Today’s Wall Street Journal weighs in on one of the barriers to the expansion of India’s diaspora in the U.S., where “the American Association of Physicians of Indian Origin which was founded in 1984 has 42,000 members” (Rothermund, p. 235):
The Chandrayaan-I blasted off about dawn from the Satish Dhawan Space Center. It is expected to reach lunar orbit by November 8. The probe, whose principal goal is to “conduct mineralogical and chemical mapping of the lunar service,” carries five scientific payloads from India and others from NASA and the European Space Agency. With this achievement, India joins the U.S., Japan, Europe, Russia and China in the lunar club.
India deserves congratulations for the Chandrayaan-I, which attests further to that nation’s remarkable strides as an economic and scientific power. That said, we cannot fail to draw attention to how this event bears on the continuing lunacy of Congress in limiting visa quotas for highly skilled immigrants.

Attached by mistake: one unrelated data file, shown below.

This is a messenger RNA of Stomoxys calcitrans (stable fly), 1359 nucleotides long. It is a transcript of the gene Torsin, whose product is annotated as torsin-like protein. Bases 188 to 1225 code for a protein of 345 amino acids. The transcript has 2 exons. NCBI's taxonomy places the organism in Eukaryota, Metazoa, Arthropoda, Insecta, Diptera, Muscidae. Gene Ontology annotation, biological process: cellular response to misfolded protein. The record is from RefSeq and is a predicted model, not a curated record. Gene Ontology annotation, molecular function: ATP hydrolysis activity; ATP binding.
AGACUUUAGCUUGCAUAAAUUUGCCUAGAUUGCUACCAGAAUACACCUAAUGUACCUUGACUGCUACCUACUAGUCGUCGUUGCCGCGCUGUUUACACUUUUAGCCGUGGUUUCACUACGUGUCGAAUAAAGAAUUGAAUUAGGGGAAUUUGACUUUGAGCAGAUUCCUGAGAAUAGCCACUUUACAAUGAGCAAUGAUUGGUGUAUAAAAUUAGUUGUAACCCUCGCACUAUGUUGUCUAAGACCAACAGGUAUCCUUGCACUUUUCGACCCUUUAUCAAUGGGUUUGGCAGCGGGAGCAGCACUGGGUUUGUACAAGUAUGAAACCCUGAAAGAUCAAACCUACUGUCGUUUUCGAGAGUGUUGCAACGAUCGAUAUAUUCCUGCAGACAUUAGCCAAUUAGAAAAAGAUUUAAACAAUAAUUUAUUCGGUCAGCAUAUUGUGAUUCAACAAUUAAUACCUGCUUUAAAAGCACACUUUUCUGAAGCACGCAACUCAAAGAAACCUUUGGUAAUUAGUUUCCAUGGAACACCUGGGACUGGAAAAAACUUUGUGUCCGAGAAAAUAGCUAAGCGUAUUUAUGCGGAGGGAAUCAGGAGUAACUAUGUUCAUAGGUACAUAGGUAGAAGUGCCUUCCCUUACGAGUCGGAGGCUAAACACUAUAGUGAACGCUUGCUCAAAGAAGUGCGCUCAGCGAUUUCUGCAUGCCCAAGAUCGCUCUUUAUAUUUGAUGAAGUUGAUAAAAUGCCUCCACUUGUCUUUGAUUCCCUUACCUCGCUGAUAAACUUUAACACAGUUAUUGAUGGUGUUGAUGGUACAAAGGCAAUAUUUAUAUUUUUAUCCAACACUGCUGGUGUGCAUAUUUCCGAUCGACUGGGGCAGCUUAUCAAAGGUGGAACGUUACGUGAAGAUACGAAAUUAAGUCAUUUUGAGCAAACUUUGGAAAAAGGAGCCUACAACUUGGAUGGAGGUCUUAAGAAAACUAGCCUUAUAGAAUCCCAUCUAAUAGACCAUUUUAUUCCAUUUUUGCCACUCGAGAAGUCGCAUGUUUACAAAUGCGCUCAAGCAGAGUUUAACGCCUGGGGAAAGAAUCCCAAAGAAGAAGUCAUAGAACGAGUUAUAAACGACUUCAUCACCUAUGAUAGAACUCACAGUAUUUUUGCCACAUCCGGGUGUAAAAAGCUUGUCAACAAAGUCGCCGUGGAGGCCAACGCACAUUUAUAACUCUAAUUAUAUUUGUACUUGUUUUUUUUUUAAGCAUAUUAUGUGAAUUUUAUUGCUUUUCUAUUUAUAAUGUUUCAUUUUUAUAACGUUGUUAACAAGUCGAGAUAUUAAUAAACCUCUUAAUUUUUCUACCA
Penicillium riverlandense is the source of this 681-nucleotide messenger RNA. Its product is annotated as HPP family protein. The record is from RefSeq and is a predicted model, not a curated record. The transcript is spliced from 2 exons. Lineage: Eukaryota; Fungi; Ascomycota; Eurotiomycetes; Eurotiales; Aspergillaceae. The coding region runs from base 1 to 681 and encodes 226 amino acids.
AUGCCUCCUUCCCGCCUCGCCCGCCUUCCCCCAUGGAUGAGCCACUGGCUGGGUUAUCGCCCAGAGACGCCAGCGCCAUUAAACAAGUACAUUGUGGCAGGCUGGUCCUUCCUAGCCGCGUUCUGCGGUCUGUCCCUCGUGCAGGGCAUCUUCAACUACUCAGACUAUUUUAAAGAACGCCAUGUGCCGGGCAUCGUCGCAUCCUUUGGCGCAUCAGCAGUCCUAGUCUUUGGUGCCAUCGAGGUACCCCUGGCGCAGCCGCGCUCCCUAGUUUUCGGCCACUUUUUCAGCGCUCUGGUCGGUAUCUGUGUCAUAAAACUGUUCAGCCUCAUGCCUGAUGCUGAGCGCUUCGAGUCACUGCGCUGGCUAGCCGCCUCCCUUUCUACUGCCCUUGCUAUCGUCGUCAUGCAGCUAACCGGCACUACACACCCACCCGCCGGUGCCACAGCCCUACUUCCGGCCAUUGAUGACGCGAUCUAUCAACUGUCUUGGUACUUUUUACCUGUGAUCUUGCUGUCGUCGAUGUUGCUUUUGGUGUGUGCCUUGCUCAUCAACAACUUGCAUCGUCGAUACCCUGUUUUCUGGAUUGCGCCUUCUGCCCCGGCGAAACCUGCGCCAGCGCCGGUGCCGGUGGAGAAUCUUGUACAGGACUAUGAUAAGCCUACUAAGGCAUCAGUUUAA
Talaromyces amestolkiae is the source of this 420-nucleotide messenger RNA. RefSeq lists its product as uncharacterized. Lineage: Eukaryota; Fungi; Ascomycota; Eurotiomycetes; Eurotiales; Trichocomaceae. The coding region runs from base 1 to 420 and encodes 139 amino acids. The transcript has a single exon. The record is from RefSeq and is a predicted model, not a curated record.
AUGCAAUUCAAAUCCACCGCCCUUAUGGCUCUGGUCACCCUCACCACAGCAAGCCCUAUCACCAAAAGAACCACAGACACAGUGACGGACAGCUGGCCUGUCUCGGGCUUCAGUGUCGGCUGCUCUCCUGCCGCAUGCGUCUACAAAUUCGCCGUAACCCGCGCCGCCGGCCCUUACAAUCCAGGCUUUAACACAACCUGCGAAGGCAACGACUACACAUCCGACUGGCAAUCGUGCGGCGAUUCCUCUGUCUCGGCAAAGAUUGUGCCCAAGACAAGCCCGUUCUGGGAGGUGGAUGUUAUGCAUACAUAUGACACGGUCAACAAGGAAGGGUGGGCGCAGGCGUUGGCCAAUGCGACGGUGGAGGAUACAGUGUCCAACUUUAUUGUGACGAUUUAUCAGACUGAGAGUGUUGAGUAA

American universities are filled with foreign students, not least from India, getting degrees in engineering and science. Many dearly wish to stay and work in the U.S. Instead, we basically kick them out after training them, owing to the Congressional limit of 65,000 H-1B visas, which are used up the day they are released in March.
Would calling this the “pre-emptive export of jobs overseas” make it any less attractive to economic protectionists?